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Stenberg v. Commissioner Social Security Administration

United States District Court, D. Oregon, Portland Division

December 4, 2017

PATRICIA MARIE STENBERG, Plaintiff,
v.
COMMISSIONER, Social Security Administration Defendant.

          OPINION AND ORDER

          JOHN V. ACOSTA UNITED STATES MAGISTRATE JUDGE

         Patricia Stenberg ("plaintiff') seeks judicial review of the final decision of the Commissioner of the Social Security Administration ("Commissioner") denying her application for Disability Insurance Benefits ("DIB") and Supplemental Security Income ("SSI"). Because the Commissioner's decision is not supported by substantial evidence, her decision is REVERSED and REMANDED for further proceedings.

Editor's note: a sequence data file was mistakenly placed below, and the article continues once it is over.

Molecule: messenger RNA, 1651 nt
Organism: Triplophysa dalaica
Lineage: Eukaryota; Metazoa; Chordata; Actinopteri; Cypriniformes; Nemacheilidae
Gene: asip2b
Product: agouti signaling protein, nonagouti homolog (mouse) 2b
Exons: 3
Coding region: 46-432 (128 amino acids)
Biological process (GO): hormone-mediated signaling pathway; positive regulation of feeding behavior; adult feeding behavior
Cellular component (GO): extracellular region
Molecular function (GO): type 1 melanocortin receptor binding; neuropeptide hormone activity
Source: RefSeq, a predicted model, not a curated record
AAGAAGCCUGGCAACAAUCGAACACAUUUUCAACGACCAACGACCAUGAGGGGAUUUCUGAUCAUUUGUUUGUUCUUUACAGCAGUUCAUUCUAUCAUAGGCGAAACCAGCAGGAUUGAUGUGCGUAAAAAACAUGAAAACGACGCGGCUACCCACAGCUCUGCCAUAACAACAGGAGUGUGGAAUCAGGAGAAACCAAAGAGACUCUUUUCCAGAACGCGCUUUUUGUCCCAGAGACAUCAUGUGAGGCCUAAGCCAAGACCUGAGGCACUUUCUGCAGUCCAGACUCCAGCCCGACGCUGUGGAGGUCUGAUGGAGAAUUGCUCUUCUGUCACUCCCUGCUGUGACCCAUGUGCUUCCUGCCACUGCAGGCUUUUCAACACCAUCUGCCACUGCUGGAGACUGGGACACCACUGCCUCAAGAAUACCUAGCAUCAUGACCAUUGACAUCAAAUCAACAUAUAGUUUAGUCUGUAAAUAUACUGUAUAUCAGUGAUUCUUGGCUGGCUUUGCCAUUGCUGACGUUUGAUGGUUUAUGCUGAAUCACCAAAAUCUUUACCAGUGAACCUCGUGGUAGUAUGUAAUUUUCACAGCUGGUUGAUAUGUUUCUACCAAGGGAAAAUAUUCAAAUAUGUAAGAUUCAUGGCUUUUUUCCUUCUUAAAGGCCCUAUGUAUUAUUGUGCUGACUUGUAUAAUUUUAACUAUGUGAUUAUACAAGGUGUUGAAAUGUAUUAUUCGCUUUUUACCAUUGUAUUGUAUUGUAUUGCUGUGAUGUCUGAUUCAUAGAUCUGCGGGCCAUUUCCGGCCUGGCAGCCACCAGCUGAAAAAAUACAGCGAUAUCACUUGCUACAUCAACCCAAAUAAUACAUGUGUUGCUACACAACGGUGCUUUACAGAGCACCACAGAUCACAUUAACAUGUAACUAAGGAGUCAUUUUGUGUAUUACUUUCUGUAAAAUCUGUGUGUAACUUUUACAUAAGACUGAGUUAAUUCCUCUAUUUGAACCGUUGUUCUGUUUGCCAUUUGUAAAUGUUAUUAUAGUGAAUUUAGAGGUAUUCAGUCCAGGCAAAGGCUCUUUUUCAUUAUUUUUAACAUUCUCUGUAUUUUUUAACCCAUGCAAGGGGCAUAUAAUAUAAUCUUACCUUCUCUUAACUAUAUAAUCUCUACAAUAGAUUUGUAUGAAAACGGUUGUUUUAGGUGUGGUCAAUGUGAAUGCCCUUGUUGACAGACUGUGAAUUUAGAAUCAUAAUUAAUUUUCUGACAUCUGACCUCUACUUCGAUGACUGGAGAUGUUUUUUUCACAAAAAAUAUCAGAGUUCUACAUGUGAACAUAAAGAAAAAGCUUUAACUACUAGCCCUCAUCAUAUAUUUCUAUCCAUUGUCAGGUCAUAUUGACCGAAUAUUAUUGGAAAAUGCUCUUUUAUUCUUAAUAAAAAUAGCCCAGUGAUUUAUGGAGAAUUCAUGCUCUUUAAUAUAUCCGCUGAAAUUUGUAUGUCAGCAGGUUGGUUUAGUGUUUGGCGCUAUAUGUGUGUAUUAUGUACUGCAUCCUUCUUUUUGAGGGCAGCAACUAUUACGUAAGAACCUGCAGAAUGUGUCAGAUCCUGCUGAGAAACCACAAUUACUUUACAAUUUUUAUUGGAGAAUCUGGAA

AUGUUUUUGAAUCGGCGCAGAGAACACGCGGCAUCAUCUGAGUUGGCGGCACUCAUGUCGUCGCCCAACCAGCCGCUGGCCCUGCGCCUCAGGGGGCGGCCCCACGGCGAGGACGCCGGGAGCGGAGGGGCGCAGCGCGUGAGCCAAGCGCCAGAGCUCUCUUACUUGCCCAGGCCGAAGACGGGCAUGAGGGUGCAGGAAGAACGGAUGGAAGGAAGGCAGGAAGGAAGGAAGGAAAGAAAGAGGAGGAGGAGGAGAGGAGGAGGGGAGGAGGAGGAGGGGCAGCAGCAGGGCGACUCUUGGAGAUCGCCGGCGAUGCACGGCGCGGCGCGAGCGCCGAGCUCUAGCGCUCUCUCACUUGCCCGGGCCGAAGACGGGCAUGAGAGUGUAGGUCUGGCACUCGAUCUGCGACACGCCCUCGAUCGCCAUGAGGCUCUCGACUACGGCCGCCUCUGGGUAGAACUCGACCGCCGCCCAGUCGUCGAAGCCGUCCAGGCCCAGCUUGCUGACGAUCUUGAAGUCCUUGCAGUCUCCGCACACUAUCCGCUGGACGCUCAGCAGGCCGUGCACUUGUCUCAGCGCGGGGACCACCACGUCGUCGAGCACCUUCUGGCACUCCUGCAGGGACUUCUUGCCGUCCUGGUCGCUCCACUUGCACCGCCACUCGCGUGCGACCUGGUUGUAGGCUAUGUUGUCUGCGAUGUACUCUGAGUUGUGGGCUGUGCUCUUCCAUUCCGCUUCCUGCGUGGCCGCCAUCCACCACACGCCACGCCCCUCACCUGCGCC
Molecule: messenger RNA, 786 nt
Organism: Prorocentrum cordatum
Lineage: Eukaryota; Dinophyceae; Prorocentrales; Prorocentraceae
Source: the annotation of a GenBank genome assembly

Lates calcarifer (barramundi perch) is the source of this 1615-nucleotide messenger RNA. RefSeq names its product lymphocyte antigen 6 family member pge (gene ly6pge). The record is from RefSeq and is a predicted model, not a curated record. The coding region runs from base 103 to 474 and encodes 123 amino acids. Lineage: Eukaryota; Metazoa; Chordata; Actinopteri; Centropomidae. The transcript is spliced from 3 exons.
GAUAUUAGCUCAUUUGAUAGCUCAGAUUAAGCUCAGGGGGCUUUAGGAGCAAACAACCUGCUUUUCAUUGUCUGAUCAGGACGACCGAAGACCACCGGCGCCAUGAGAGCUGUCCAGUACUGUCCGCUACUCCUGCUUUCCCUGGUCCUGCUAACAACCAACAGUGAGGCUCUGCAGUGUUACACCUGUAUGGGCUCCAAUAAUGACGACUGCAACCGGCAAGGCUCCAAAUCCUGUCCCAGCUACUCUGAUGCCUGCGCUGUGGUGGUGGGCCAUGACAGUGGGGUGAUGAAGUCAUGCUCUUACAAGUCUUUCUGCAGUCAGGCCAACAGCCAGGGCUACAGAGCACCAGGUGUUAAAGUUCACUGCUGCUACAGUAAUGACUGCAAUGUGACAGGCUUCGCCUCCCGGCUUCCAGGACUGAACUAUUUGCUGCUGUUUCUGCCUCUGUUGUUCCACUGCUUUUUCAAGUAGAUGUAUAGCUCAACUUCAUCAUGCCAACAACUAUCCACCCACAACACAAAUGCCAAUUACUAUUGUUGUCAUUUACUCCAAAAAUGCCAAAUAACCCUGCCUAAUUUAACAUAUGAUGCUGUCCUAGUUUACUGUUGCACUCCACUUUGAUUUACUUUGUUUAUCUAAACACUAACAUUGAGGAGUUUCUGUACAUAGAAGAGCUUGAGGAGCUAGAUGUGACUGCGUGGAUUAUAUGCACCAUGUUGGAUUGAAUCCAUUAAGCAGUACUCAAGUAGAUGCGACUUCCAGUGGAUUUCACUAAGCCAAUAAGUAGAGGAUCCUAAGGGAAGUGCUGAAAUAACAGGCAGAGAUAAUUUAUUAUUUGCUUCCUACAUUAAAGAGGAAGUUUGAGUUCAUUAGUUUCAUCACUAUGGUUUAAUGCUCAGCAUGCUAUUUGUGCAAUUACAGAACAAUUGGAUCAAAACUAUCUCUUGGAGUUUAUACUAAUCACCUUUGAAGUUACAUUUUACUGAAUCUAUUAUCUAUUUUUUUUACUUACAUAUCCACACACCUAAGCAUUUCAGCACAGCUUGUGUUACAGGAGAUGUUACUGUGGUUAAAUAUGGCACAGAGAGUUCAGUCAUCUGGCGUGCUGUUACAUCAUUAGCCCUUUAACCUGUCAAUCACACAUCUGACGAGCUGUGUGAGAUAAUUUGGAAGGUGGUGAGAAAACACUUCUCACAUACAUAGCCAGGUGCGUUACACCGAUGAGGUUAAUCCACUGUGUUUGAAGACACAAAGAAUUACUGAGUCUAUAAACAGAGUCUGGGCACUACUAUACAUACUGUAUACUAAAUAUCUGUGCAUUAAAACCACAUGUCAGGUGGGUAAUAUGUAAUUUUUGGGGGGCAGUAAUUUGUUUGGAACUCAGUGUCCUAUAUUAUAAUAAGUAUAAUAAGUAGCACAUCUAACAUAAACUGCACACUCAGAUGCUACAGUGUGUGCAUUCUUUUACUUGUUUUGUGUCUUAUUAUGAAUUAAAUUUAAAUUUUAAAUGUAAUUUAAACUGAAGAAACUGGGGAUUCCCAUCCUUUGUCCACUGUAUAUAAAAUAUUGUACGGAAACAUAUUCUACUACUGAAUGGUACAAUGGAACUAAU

Procedural Background

         Plaintiff filed her application for DIB and SSI on November 29, 2012, alleging disability beginning October 30, 2012. (Tr. 186.) She subsequently amended her alleged onset date to January 17, 2013, coinciding with her fiftieth birthday. (Tr, 21.) The Commissioner denied her application initially and upon reconsideration. (Tr. 94-95, 128-29.) Plaintiff requested a hearing before an Administrative Law Judge ("ALJ"), and an administrative hearing was held on November 7, 2014. (Tr. 16-17, 37-63.) After the hearing, the ALJ issued a decision finding plaintiff not disabled dated January 5, 2015. (Tr. 21 -31.) The Appeals Council denied plaintiff s subsequent request for review on May 5, 2016, making the ALJ's decision the final decision of the Commissioner. (Tr. 1-6.) Plaintiff filed this appeal arguing the ALJ erred by: (1) improperly evaluating plaintiffs fibromyalgia at step three; (2) improperly crafting plaintiff s residual functional capacity ("RFC") by rejecting the opinions of her treating physicians and improperly evaluating her fibromyalgia; and (3) failing to pose a hypothetical to the vocational expert (" VE") that accounted for all of plaintiff s limitations.